Stop Treading Water: The Case For Agile Marketing

PAR’s Vice President of Marketing, Kevin Jaskolka was recently featured in Forbes Magazine:

Many marketing departments are struggling to keep up amid the rapids and undertows presented by the organizations they support, along with competitive pressures and increasingly sophisticated requirements from the sales department. The demands on marketing teams to go faster and do more with less are increasing like never before.

Complicating matters for the chief marketing officer is a chief financial officer who is appropriately holding the line on incremental investment and headcount to balance the needs of the organization.

Treading water will not cut it, and if you cannot swim to shore, you are in a lot of trouble.

One sure way to avoid drowning is to get out of the waterfall. No, not Niagara Falls, but the traditional sequence-based, gated “waterfall” approach to marketing that no longer cuts it in the pace of 21st century business. Agile marketing can help you go from just treading water to swimming to shore and surviving.

Many of you are likely familiar with agile development, as it started years ago and has become popular with software development communities around the world. Its success and methodologies have started to migrate into the marketing discipline.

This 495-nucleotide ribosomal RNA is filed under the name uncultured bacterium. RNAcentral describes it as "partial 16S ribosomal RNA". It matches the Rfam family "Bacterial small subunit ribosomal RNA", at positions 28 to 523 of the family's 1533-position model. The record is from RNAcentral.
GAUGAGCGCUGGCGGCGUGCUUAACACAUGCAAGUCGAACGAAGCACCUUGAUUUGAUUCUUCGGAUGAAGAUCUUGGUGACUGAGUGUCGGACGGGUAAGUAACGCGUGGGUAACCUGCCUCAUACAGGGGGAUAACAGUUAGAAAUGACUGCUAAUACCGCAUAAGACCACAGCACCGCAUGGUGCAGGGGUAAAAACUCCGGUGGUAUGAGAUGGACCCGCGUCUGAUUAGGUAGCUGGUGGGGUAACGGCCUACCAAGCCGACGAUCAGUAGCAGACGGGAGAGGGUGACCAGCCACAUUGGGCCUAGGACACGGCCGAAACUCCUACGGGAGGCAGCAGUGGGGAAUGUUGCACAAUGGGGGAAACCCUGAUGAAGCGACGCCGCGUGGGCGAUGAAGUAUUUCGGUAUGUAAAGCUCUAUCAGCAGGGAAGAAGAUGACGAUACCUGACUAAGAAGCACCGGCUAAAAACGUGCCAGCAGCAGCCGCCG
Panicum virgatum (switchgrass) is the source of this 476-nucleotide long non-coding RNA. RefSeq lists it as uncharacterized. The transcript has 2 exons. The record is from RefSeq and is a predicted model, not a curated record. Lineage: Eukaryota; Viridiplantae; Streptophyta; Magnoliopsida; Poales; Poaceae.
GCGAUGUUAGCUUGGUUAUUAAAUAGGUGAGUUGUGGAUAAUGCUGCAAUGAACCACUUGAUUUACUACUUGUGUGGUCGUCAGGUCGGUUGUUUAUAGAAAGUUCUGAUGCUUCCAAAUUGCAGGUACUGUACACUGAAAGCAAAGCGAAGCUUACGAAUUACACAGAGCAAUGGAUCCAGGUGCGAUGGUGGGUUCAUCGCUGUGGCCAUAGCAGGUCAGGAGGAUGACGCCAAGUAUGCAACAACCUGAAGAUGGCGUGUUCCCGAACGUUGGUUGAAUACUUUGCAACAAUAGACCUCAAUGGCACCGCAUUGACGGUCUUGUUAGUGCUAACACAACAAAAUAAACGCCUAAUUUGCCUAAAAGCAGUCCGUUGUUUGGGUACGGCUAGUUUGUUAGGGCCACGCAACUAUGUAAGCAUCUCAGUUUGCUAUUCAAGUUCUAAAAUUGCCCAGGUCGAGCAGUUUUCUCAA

Agile marketing is still in the early adoption phase. According to a report by Wrike, “How Marketers Get Things Done: The State of Agile Marketing in 2016,” which surveyed 800 marketers, only 21.2% are fully using an agile approach, but 52.2% said they are experimenting with aspects of agile marketing.

At PAR Technology, we recently made a full transition to agile marketing and are very pleased with the results. Here are some things to consider as you look to implement this method.

  1. Agile marketing will not fix a poor team dynamic.

While agile marketing will help a high-performing team get better, it is not a fix for a dysfunctional team. If you have a poorly performing team, put agile on hold and focus on improving the team dynamic.

To work on building better teams, I recommend reading The Five Dysfunctions of a Team, by Patrick M. Lencionis, and Who Will Do What By When, by Tom and Birgit Hanson. Once the team dynamic has improved and there is cohesion, begin introducing agile principles.

  1. When getting started, pen and paper are your friends.

There are many digital platforms available to do visual workflow, ranging from simple and free to complicated and expensive. Common platforms include Microsoft Planner, Trello, Favro and Jira. All these platforms offer great capability and can be very helpful, especially with remote teams. But here is another example where people and process can trump the importance of a tool.

In your early days of implementing agile, consider physically creating the visual work board on a wall or whiteboard. Write out the sprint backlog on index cards or large sticky notes. Then decompose the tasks on smaller sticky notes and have the team move each task through the workflow. The process of physically handling and managing each task through the workflow creates a useful experience in terms of learning the discipline.